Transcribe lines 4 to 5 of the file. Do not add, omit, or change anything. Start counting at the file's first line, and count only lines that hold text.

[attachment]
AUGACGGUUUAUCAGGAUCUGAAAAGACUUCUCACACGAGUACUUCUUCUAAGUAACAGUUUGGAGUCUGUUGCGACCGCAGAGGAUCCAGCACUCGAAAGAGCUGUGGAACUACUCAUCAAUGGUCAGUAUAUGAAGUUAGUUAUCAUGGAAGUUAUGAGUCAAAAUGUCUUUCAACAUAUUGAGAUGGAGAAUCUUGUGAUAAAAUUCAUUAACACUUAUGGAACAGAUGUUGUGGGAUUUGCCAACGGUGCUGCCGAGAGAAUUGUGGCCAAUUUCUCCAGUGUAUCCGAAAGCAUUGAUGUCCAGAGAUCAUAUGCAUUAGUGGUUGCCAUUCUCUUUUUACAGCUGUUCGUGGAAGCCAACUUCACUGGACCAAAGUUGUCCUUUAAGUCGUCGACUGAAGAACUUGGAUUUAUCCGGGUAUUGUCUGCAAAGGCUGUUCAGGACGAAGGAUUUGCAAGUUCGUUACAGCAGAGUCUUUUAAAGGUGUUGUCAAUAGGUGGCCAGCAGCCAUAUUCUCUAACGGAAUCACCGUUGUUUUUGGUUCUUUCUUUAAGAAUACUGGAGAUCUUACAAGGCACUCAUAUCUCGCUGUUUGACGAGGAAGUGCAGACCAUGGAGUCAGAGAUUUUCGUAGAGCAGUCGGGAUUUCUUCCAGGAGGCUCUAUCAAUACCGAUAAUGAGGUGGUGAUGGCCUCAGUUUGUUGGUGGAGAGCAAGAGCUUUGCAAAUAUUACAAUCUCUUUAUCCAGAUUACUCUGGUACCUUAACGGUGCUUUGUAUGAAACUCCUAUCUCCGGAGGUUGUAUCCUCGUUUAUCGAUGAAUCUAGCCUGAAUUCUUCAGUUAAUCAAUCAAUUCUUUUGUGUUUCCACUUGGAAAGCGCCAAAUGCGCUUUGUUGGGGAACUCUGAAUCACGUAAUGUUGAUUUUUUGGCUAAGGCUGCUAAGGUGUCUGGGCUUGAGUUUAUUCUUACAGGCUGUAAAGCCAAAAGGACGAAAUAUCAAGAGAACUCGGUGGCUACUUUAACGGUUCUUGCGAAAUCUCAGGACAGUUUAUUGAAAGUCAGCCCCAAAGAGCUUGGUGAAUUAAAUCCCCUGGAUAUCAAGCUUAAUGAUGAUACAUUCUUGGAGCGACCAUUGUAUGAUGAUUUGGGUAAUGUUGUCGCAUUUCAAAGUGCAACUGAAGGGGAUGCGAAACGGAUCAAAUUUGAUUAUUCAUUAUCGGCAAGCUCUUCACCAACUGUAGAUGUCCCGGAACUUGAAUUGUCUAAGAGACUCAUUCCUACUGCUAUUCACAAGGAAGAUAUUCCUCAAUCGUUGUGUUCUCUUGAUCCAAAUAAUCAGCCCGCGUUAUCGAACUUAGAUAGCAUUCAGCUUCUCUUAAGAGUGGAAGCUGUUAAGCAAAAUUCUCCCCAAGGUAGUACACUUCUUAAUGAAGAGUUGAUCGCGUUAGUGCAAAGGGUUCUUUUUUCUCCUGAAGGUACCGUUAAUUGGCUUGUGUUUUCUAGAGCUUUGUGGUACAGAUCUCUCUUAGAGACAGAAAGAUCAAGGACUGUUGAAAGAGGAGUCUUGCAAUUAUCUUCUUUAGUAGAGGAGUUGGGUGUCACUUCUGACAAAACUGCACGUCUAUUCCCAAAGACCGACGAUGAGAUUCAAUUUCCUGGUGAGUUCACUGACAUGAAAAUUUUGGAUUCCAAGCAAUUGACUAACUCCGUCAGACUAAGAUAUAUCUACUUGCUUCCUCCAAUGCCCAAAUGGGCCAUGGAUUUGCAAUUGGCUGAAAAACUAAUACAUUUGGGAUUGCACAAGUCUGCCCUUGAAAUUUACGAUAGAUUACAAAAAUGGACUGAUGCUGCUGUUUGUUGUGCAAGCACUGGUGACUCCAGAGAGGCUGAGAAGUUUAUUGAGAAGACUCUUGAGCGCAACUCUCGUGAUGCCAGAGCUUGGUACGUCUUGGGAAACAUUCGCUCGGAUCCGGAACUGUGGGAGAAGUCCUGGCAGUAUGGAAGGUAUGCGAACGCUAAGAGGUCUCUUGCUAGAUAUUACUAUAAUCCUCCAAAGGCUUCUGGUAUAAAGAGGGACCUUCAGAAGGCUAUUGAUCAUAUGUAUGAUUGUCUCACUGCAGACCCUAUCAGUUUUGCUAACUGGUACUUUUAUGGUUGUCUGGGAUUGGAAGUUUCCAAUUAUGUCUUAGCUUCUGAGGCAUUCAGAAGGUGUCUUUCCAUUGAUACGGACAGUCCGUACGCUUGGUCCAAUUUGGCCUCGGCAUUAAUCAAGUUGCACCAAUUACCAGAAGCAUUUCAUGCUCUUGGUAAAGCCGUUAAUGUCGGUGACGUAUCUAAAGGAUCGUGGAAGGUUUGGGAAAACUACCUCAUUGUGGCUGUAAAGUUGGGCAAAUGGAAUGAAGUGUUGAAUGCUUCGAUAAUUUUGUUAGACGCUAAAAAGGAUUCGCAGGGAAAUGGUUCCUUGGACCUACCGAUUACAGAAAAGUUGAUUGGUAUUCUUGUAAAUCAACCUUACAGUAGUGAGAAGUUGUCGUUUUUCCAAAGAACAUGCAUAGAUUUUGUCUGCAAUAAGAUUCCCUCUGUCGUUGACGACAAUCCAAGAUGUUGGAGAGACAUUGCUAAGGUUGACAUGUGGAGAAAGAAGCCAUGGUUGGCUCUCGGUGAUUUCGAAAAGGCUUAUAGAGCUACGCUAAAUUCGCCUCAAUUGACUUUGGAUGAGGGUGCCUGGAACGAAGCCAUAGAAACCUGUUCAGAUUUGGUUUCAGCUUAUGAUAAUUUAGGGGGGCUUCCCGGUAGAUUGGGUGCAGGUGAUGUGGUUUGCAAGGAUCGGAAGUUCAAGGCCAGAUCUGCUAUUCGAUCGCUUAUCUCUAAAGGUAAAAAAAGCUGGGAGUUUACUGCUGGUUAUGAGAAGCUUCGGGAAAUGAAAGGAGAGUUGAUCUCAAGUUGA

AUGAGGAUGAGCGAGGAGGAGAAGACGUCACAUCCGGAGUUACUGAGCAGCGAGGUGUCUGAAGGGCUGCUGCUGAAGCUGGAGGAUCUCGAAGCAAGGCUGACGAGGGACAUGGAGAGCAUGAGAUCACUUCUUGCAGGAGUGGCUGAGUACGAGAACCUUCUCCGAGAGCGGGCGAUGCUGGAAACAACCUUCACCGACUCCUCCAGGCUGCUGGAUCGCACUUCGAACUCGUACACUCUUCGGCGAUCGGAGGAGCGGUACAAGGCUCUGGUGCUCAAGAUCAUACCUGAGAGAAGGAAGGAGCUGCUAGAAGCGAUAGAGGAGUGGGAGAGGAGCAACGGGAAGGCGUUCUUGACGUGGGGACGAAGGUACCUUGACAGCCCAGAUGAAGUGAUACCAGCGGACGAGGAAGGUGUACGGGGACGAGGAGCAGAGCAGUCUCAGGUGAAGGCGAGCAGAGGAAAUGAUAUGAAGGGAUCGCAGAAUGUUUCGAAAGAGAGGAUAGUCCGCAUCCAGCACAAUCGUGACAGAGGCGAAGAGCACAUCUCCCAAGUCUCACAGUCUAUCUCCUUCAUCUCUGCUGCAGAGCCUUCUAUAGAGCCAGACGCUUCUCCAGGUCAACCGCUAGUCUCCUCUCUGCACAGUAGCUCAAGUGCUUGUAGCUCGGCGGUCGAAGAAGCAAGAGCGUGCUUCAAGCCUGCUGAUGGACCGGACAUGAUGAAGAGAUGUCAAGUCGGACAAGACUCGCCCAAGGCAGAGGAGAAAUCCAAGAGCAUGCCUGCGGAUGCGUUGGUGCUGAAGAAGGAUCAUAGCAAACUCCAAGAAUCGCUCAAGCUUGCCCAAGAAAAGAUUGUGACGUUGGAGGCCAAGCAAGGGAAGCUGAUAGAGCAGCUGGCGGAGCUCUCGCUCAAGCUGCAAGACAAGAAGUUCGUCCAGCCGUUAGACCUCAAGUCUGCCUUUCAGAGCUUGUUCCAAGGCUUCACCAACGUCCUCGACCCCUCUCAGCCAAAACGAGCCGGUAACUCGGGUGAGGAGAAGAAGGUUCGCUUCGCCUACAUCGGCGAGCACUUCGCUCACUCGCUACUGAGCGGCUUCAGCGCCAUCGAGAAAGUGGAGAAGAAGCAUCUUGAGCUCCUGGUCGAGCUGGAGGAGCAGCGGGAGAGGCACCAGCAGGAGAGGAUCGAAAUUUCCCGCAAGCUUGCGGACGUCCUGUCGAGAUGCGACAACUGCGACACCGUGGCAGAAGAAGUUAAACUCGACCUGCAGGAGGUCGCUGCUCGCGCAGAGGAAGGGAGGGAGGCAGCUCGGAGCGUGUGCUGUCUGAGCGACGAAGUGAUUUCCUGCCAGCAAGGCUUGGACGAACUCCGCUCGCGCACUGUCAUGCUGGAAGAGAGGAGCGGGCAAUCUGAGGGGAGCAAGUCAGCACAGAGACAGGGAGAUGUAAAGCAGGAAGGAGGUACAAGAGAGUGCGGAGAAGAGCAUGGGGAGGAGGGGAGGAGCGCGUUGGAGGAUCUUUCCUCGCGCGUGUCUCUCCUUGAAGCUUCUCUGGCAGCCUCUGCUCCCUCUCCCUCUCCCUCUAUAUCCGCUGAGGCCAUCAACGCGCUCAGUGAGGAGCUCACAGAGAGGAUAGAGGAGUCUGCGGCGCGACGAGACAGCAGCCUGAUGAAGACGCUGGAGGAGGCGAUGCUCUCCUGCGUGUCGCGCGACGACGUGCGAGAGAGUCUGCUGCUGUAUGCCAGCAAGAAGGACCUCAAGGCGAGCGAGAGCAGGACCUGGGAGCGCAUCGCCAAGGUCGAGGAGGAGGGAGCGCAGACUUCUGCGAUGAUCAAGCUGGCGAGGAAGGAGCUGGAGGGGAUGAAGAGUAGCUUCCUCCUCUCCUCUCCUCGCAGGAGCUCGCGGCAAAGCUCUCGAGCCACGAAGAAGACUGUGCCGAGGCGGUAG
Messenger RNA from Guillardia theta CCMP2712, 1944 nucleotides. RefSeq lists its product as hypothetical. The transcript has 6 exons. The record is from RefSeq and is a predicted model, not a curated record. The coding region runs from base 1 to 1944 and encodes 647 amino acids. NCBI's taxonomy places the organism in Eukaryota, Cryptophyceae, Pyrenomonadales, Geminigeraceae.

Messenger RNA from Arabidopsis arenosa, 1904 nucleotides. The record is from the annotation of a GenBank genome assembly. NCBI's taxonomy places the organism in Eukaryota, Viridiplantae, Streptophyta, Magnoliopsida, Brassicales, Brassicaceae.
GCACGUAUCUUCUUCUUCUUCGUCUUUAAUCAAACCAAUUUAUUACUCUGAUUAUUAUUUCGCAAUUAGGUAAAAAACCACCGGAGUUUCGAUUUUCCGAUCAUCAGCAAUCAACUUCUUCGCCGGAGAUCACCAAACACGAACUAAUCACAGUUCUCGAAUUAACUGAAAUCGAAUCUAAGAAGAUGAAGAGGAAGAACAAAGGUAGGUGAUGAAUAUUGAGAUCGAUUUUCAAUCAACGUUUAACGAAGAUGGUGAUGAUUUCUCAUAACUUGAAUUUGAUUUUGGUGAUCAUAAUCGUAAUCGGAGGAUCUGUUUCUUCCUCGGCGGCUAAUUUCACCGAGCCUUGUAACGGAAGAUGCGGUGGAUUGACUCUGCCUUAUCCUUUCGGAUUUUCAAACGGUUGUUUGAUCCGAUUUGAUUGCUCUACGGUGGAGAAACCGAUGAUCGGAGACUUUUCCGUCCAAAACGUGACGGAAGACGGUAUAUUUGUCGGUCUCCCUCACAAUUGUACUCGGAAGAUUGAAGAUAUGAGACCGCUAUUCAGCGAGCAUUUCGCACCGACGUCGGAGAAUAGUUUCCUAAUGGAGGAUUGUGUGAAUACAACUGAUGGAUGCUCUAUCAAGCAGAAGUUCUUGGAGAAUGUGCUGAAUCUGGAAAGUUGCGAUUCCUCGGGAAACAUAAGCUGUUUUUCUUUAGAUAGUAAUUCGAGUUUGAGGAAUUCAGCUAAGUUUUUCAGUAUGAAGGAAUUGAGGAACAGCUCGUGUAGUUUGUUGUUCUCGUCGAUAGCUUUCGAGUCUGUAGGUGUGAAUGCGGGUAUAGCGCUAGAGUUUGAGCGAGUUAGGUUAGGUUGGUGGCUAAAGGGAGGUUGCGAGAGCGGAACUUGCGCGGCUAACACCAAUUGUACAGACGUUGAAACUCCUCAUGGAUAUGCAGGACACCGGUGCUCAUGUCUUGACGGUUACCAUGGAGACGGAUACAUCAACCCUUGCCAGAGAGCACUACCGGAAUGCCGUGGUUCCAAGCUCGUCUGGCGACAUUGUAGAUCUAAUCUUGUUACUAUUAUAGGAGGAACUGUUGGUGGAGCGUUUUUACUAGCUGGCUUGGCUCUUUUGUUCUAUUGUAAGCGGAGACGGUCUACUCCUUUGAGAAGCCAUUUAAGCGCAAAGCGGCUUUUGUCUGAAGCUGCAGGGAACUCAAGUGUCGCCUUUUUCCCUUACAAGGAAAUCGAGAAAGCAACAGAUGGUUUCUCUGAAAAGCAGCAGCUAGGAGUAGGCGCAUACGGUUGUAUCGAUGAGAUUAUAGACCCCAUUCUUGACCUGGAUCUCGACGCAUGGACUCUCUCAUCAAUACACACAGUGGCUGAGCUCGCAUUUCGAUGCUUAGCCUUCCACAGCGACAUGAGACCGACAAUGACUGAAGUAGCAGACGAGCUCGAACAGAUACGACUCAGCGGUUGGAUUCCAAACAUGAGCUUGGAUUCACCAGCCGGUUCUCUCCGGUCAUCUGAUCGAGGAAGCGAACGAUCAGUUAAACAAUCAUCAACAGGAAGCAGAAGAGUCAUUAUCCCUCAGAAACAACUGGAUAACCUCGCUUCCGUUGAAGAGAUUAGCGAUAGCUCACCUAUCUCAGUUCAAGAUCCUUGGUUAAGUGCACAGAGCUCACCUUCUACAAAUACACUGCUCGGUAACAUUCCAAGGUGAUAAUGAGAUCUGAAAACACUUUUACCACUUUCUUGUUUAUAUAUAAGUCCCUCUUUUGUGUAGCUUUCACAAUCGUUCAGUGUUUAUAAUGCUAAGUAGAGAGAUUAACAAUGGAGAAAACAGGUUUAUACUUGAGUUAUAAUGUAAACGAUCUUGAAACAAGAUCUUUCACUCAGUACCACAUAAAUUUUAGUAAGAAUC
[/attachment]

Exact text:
Messenger RNA from Arabidopsis arenosa, 1904 nucleotides. The record is from the annotation of a GenBank genome assembly. NCBI's taxonomy places the organism in Eukaryota, Viridiplantae, Streptophyta, Magnoliopsida, Brassicales, Brassicaceae.
GCACGUAUCUUCUUCUUCUUCGUCUUUAAUCAAACCAAUUUAUUACUCUGAUUAUUAUUUCGCAAUUAGGUAAAAAACCACCGGAGUUUCGAUUUUCCGAUCAUCAGCAAUCAACUUCUUCGCCGGAGAUCACCAAACACGAACUAAUCACAGUUCUCGAAUUAACUGAAAUCGAAUCUAAGAAGAUGAAGAGGAAGAACAAAGGUAGGUGAUGAAUAUUGAGAUCGAUUUUCAAUCAACGUUUAACGAAGAUGGUGAUGAUUUCUCAUAACUUGAAUUUGAUUUUGGUGAUCAUAAUCGUAAUCGGAGGAUCUGUUUCUUCCUCGGCGGCUAAUUUCACCGAGCCUUGUAACGGAAGAUGCGGUGGAUUGACUCUGCCUUAUCCUUUCGGAUUUUCAAACGGUUGUUUGAUCCGAUUUGAUUGCUCUACGGUGGAGAAACCGAUGAUCGGAGACUUUUCCGUCCAAAACGUGACGGAAGACGGUAUAUUUGUCGGUCUCCCUCACAAUUGUACUCGGAAGAUUGAAGAUAUGAGACCGCUAUUCAGCGAGCAUUUCGCACCGACGUCGGAGAAUAGUUUCCUAAUGGAGGAUUGUGUGAAUACAACUGAUGGAUGCUCUAUCAAGCAGAAGUUCUUGGAGAAUGUGCUGAAUCUGGAAAGUUGCGAUUCCUCGGGAAACAUAAGCUGUUUUUCUUUAGAUAGUAAUUCGAGUUUGAGGAAUUCAGCUAAGUUUUUCAGUAUGAAGGAAUUGAGGAACAGCUCGUGUAGUUUGUUGUUCUCGUCGAUAGCUUUCGAGUCUGUAGGUGUGAAUGCGGGUAUAGCGCUAGAGUUUGAGCGAGUUAGGUUAGGUUGGUGGCUAAAGGGAGGUUGCGAGAGCGGAACUUGCGCGGCUAACACCAAUUGUACAGACGUUGAAACUCCUCAUGGAUAUGCAGGACACCGGUGCUCAUGUCUUGACGGUUACCAUGGAGACGGAUACAUCAACCCUUGCCAGAGAGCACUACCGGAAUGCCGUGGUUCCAAGCUCGUCUGGCGACAUUGUAGAUCUAAUCUUGUUACUAUUAUAGGAGGAACUGUUGGUGGAGCGUUUUUACUAGCUGGCUUGGCUCUUUUGUUCUAUUGUAAGCGGAGACGGUCUACUCCUUUGAGAAGCCAUUUAAGCGCAAAGCGGCUUUUGUCUGAAGCUGCAGGGAACUCAAGUGUCGCCUUUUUCCCUUACAAGGAAAUCGAGAAAGCAACAGAUGGUUUCUCUGAAAAGCAGCAGCUAGGAGUAGGCGCAUACGGUUGUAUCGAUGAGAUUAUAGACCCCAUUCUUGACCUGGAUCUCGACGCAUGGACUCUCUCAUCAAUACACACAGUGGCUGAGCUCGCAUUUCGAUGCUUAGCCUUCCACAGCGACAUGAGACCGACAAUGACUGAAGUAGCAGACGAGCUCGAACAGAUACGACUCAGCGGUUGGAUUCCAAACAUGAGCUUGGAUUCACCAGCCGGUUCUCUCCGGUCAUCUGAUCGAGGAAGCGAACGAUCAGUUAAACAAUCAUCAACAGGAAGCAGAAGAGUCAUUAUCCCUCAGAAACAACUGGAUAACCUCGCUUCCGUUGAAGAGAUUAGCGAUAGCUCACCUAUCUCAGUUCAAGAUCCUUGGUUAAGUGCACAGAGCUCACCUUCUACAAAUACACUGCUCGGUAACAUUCCAAGGUGAUAAUGAGAUCUGAAAACACUUUUACCACUUUCUUGUUUAUAUAUAAGUCCCUCUUUUGUGUAGCUUUCACAAUCGUUCAGUGUUUAUAAUGCUAAGUAGAGAGAUUAACAAUGGAGAAAACAGGUUUAUACUUGAGUUAUAAUGUAAACGAUCUUGAAACAAGAUCUUUCACUCAGUACCACAUAAAUUUUAGUAAGAAUC